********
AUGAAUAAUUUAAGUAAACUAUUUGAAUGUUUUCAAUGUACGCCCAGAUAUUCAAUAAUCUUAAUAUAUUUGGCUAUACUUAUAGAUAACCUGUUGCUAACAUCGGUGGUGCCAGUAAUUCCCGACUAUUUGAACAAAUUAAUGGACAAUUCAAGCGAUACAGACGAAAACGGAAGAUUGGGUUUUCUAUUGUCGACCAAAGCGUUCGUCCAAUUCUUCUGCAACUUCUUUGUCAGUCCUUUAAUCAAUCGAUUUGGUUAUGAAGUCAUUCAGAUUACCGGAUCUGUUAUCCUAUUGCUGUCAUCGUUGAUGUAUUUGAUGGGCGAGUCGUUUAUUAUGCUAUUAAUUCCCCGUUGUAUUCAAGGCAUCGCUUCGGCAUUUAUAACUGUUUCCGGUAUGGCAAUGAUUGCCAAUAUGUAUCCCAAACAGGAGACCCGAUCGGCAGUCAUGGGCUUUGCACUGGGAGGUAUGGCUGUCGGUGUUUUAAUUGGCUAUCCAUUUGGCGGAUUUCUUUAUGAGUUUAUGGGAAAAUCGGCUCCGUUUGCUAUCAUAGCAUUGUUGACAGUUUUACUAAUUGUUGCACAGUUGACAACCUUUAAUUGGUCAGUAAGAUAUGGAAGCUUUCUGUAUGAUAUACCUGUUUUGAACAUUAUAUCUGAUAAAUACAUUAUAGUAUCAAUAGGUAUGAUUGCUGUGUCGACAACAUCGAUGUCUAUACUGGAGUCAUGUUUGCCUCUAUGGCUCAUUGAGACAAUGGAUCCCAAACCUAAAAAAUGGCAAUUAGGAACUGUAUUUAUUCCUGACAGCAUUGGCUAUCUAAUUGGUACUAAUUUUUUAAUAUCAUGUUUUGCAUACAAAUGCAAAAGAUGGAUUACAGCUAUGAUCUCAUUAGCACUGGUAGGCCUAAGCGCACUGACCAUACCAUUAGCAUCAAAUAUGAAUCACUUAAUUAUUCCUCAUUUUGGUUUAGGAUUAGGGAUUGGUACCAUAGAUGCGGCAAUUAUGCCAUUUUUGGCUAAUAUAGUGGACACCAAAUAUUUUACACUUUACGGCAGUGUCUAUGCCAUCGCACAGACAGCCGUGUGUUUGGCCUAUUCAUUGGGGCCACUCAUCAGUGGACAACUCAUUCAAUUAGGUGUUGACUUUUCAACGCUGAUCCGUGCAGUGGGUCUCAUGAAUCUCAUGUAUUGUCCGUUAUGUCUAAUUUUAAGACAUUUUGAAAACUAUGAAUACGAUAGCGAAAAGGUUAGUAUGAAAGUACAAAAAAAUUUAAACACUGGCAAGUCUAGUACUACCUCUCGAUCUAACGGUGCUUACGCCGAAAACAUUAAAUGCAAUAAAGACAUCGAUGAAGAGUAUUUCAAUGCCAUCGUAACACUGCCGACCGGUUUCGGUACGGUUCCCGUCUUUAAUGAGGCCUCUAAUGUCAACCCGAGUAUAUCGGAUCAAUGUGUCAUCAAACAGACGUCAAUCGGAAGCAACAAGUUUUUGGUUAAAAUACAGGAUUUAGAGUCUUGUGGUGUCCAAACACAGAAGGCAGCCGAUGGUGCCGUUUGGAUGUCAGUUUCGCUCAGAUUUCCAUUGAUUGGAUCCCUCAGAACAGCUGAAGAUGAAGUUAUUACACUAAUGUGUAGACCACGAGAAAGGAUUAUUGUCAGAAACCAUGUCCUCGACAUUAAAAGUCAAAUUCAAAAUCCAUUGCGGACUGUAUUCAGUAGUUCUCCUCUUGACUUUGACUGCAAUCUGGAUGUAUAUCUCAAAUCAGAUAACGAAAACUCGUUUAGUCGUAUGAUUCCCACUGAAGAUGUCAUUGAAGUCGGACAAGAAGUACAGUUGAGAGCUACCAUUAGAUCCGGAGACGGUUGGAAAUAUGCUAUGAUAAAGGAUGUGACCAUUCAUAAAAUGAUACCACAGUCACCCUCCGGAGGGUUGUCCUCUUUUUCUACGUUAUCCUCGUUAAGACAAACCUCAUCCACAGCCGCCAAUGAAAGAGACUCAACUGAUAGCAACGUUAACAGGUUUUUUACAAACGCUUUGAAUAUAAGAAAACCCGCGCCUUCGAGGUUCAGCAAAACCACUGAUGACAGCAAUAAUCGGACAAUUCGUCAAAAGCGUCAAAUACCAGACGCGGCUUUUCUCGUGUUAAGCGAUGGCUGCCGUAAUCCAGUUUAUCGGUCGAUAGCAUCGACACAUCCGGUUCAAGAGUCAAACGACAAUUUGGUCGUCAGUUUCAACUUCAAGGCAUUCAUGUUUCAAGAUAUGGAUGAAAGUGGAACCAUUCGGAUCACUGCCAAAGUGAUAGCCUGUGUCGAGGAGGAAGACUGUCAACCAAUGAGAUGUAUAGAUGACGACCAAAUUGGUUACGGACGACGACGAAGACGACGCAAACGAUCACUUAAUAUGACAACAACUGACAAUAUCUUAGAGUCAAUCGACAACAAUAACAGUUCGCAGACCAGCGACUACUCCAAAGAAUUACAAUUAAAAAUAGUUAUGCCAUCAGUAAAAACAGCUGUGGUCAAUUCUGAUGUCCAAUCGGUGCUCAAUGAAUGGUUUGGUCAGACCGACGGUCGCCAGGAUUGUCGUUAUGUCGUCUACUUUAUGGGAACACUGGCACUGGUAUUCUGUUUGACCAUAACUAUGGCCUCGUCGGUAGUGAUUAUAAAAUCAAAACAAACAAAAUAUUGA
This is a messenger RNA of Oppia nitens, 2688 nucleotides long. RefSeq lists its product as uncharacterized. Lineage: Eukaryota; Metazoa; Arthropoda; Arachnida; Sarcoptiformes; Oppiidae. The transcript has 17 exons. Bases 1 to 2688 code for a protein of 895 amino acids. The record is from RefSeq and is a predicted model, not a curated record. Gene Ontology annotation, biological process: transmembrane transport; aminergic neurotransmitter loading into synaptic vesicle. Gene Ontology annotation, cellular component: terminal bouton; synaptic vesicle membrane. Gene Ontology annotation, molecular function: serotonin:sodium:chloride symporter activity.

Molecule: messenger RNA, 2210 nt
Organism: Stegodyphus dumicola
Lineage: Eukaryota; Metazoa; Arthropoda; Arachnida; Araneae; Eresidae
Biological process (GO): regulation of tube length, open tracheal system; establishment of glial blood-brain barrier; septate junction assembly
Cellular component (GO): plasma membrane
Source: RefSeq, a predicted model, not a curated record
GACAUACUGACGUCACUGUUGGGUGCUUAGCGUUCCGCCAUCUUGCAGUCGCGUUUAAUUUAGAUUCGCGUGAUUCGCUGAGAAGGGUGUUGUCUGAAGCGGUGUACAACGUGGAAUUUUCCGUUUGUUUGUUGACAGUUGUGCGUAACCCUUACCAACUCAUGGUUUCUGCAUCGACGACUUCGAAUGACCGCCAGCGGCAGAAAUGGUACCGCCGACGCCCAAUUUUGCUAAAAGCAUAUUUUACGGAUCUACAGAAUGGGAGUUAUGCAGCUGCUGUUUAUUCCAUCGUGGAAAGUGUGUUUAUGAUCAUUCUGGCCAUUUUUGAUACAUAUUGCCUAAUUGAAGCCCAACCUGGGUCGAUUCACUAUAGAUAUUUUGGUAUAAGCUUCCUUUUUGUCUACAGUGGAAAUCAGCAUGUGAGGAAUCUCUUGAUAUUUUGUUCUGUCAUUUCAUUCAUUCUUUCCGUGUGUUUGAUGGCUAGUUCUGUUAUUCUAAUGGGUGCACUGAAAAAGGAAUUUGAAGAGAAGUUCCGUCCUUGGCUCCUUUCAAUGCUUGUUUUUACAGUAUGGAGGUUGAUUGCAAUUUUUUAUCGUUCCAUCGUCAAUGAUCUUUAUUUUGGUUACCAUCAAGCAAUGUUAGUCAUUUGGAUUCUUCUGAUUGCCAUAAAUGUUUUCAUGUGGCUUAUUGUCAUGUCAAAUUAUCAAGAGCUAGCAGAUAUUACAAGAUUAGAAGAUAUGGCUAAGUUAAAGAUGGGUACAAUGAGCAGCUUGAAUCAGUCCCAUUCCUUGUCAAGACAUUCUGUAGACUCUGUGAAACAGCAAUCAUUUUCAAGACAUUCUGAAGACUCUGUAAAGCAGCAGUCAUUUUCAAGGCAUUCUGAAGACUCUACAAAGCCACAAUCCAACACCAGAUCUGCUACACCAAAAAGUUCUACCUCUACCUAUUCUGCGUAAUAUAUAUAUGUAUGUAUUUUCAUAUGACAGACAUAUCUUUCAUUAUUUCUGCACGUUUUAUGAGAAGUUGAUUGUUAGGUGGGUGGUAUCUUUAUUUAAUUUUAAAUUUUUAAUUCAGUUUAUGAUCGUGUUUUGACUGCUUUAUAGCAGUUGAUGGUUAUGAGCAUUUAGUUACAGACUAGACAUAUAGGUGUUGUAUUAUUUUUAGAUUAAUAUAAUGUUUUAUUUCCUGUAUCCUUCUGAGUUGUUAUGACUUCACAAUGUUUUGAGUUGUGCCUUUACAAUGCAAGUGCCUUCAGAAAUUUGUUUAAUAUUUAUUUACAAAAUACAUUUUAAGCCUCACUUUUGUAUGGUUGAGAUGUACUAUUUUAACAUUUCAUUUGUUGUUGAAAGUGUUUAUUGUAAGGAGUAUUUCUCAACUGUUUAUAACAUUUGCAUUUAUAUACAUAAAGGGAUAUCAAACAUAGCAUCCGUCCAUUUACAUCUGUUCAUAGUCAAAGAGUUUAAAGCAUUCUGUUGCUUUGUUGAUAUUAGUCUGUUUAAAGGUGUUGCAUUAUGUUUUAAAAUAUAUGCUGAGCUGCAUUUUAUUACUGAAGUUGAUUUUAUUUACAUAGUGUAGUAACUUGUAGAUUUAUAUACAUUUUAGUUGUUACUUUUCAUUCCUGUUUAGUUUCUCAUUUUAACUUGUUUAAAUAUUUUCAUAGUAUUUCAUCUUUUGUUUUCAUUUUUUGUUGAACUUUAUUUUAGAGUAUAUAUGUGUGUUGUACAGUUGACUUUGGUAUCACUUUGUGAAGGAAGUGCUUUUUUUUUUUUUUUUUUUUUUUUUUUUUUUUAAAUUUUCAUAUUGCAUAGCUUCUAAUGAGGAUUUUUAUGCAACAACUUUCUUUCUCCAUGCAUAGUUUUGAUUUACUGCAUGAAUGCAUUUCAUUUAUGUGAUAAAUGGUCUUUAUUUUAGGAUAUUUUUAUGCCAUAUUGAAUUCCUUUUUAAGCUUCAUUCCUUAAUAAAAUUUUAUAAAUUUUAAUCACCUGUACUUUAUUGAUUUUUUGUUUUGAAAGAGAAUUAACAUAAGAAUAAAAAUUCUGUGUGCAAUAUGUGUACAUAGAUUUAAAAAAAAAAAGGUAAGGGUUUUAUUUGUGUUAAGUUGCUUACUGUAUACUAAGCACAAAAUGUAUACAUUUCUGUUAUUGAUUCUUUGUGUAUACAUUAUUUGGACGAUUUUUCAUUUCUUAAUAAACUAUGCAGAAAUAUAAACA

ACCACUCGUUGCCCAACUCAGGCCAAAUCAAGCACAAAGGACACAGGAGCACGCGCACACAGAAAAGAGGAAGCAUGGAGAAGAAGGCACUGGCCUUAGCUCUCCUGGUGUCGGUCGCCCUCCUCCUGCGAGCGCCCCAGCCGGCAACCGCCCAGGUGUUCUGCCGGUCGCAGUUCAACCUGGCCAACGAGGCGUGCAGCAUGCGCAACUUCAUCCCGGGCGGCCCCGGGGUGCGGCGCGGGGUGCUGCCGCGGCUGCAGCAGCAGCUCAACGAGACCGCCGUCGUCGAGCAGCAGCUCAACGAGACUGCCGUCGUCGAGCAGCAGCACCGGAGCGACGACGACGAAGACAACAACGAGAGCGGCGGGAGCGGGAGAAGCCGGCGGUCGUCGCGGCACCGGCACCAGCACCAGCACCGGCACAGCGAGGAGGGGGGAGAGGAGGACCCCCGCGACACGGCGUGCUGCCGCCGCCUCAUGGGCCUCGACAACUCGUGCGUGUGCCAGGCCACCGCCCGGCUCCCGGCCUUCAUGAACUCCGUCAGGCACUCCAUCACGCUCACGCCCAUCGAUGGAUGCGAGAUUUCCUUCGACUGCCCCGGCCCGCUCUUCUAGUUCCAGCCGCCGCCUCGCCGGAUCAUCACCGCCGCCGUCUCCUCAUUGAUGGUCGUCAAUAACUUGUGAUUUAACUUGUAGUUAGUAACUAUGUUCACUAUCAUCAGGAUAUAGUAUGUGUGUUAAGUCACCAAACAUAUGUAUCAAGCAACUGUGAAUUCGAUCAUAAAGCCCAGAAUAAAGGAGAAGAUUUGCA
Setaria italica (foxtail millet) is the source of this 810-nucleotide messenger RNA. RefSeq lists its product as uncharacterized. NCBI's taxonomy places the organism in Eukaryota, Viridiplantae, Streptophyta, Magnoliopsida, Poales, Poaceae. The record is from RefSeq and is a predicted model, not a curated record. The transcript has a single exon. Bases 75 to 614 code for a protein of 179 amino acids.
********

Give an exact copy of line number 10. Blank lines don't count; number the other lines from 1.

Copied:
ACCACUCGUUGCCCAACUCAGGCCAAAUCAAGCACAAAGGACACAGGAGCACGCGCACACAGAAAAGAGGAAGCAUGGAGAAGAAGGCACUGGCCUUAGCUCUCCUGGUGUCGGUCGCCCUCCUCCUGCGAGCGCCCCAGCCGGCAACCGCCCAGGUGUUCUGCCGGUCGCAGUUCAACCUGGCCAACGAGGCGUGCAGCAUGCGCAACUUCAUCCCGGGCGGCCCCGGGGUGCGGCGCGGGGUGCUGCCGCGGCUGCAGCAGCAGCUCAACGAGACCGCCGUCGUCGAGCAGCAGCUCAACGAGACUGCCGUCGUCGAGCAGCAGCACCGGAGCGACGACGACGAAGACAACAACGAGAGCGGCGGGAGCGGGAGAAGCCGGCGGUCGUCGCGGCACCGGCACCAGCACCAGCACCGGCACAGCGAGGAGGGGGGAGAGGAGGACCCCCGCGACACGGCGUGCUGCCGCCGCCUCAUGGGCCUCGACAACUCGUGCGUGUGCCAGGCCACCGCCCGGCUCCCGGCCUUCAUGAACUCCGUCAGGCACUCCAUCACGCUCACGCCCAUCGAUGGAUGCGAGAUUUCCUUCGACUGCCCCGGCCCGCUCUUCUAGUUCCAGCCGCCGCCUCGCCGGAUCAUCACCGCCGCCGUCUCCUCAUUGAUGGUCGUCAAUAACUUGUGAUUUAACUUGUAGUUAGUAACUAUGUUCACUAUCAUCAGGAUAUAGUAUGUGUGUUAAGUCACCAAACAUAUGUAUCAAGCAACUGUGAAUUCGAUCAUAAAGCCCAGAAUAAAGGAGAAGAUUUGCA